"Today we talked about whether the states could provide loan guarantees and it became clear, and they said so themselves, that they could do so," Merkel told reporters.
On Wednesday Merkel's government rejected a request from GM for €1.1 billion ($1.3 billion) in loan guarantees from a federal fund, saying GM has sufficient cash of its own.
GM is prepared to pump €1.9 billion into a restructuring of Opel, which foresees around 8,300 job cuts, and wanted €1.8 billion in loan guarantees from European governments including the €1.1 billion from Germany.
Germany is home to four Opel plants and 23,000 employees, half the European total. GM has said it wants to cut around 4,000 German jobs but unions fear that it may slash many more and even close plants after Wednesday's decision.
Merkel said that GM could apply to receive money from a government fund providing money for research and development into green technology. She also said that GM's Europe boss Nick Reilly would meet with Economy Minister Rainer Brüderle in due course.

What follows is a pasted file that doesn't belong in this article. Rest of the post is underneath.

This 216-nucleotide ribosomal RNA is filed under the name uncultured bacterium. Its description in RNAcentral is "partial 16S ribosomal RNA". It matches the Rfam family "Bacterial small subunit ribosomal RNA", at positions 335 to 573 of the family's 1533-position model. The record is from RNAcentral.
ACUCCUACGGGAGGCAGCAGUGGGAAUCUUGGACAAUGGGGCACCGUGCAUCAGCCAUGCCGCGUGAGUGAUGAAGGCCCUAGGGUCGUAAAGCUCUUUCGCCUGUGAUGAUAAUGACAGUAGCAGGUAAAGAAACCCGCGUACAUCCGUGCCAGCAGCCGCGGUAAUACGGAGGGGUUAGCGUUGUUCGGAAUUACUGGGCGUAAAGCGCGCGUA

She added that GM, which emerged from bankruptcy and posted its first quarterly profit in three years in the first three months of 2010, could apply to the European Investment Bank (EIB) for funds.
"But in today's meeting the federal government was not able to make further commitments," Merkel said.
Reilly had said on Wednesday that GM was "very disappointed" and was reviewing its options, but that the main outline of the firm's restructuring plans would not be changed.
He said that the government in Britain, where GM owns Vauxhall, had agreed to guarantee €330 million in loans and that Spain has "indicated ... a similar type of amount." It also has plants in Austria and Poland.
Germany was ready last year to provide guarantees to Opel if GM sold it to Canadian auto parts maker Magna and Russian lender Sberbank, but GM scrapped the deal in October, annoying Berlin in the process.
Merkel, whose popularity has fallen sharply in recent months, is seen as wary of handing out more taxpayers' money after promising tens of billions of euros in guarantees to prevent a eurozone collapse.
Media reports have indicated that Merkel's squabbling coalition of her conservatives and liberals was split over Opel, with the latter - which includes Brüderle - opposed to any state aid.